Feeling Blah in 2021? How to Boost Your Mood This Year
Things to do to get out of that “blah” space and ignite a spark in your life.
Posted Jan 11, 2021
It is now January 2021. Many of us expected it to be a time for a fresh start, with 2020 long forgotten! But what I am hearing from my work as a faculty member and counselor is that many of us are feeling disappointed; nothing really changed with the flip of the calendar from December to January. Clearly things are not yet different this year. It’s understandable that many of us have lost our typical New Year's burst of motivation for creating a fresh, exhilarating life in these trying times.
While it may seem harmless to remain burrowed into a mundane and unfulfilling rut, it is important to pay attention when we may be moving towards a downward spiral that can eventually result in an episode of depression. We need to be intentional to keep from slipping into patterns of negative thoughts, feelings, and self-destructive actions. In the spirit of prevention, I have compiled a few strategies from cognitive behavioral therapy, acceptance and commitment therapy, and dialectical behavior therapy that might help you get back on track1. Keep reading for strategies you can use today to get out of that “blah” space in 2021.
Strategies to Boost Mood in the New Year
1. Develop a routine and stick to it. Do things that help you stay well even when you don’t feel like it. Don’t wait until you feel like doing an activity; you have to do it first, and your feelings will follow.
2. Schedule small, achievable self-care activities in your day. If your day is crammed full of only things you have to do (but don’t necessarily want to do—like for me, yet another Zoom meeting!), then it is hard to look forward to any day as it stretches out ahead of you. What are small things that bring you joy that you can sprinkle throughout your daily routines? Is there a friend you could call or meet for a walk? A brief time for spiritual renewal or reflection? A coffee or tea you enjoy? Taking time to cuddle with a pet? Journaling a list of things for which you are grateful? Music that boosts your mood? A self-care activity, no matter how small, can go a long way.
3. Increase positive social support. Try to interact with supportive people every day. Include people who truly care about you and who encourage you to be your best self. Note: scrolling through social media does not count. In fact, too much social media use (especially when it replaces real-life interactions) can be harmful to mental health.
4. Enhance your sense of meaning, purpose, and competence. What is one thing you can do each day to increase your sense of competence? What contributes to your sense of meaning and purpose? What can you do to feel you made a contribution to your job, family, neighbors, society? No matter how small, how did you make a positive difference in the world today?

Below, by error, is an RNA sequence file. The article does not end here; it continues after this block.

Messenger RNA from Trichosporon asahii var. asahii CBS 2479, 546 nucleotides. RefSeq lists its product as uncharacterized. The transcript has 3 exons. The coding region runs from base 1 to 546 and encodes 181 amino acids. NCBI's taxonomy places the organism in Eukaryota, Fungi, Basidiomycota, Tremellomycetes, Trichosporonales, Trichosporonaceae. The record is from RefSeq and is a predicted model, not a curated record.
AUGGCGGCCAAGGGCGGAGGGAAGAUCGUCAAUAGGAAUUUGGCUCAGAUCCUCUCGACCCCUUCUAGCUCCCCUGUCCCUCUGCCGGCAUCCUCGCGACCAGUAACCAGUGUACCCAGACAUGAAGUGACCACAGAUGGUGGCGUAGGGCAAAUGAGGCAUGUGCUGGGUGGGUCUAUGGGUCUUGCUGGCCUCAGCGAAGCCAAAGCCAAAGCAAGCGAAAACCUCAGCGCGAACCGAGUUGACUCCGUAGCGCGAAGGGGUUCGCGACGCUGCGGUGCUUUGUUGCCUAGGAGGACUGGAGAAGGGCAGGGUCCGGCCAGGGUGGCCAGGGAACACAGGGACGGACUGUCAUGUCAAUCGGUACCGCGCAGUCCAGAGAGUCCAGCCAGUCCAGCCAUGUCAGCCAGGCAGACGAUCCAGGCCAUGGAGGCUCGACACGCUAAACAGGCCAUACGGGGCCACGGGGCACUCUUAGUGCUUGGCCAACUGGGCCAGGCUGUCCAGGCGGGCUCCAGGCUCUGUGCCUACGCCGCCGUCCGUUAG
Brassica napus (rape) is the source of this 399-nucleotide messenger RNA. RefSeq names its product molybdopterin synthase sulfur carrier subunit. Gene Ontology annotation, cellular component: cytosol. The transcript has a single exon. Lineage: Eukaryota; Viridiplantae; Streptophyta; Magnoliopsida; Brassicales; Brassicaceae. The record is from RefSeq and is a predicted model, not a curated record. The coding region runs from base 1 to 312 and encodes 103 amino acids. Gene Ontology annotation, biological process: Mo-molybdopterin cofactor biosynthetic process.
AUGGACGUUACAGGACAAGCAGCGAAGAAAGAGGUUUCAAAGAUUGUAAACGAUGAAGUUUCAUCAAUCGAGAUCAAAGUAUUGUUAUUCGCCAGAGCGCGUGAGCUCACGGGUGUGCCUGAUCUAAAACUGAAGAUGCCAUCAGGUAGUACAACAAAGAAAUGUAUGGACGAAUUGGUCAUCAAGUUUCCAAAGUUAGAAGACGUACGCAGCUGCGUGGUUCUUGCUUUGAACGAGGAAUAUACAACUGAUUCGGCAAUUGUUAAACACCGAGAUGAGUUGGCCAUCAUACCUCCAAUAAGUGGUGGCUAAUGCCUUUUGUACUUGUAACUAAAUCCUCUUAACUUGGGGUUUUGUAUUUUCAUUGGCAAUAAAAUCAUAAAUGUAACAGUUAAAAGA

5. Be mindful. Be aware of what you are thinking and feeling in the moment. Rather than mindlessly engaging in self-defeating activities, be aware of what you really need. Then decide what skills are most effective in the given situation:
- Am I in a situation that can’t really be changed? Use coping strategies (See #6)
- Am I in a situation that I can take steps to change and actively make things different? Use problem solving strategies (See #7)
6. Develop a repertoire of coping strategies for when you are distressed. If you are in a situation or life season that is discouraging but you can’t really do anything to change it, consider ways to cope with your negative emotions. Plan some strategies in advance for different situations:
- What are three positive things you can do when you need to release energy?
- What are three positive things you can do when you need to relax?
- What are three positive things you can do to boost your energy? What are activities that make you feel more alert and focused?
- What are ways you can think about the situation differently? Ask yourself when you are thinking negatively, “Is this thought actually true?” “Is this helping me or hurting me to believe this?” “Would I say this same thing to a friend?” Gradually learn to replace harmful thoughts with more helpful thoughts that are less harsh and are more self-compassionate.
7. Use problem-solving skills when you need to take action. As simple as this might seem, sometimes writing out these steps can make a complex problem seem more straightforward and solvable.
- What is the actual problem I am facing?
- What are the alternatives I can consider in this situation?
- How can I weigh the pros/cons of each option I have listed?
- Based on this list, what is my plan of action?
- What is one small step I can take to move forward on my plan?
These strategies may seem simplistic. But sometimes we only have the extra energy to take one step. So take one step today. Maybe in a few days you will notice that you are ready to take yet another step. Over time the small things will add up to a more positive outlook. And with intentionality, you may even feel a spark of hope that 2021 will be a brighter year.
1. See also Choate, L. H. (2020). Depression in girls and women across the lifespan: Treatment Essentials for Mental Health Professionals. New York: Routledge Press.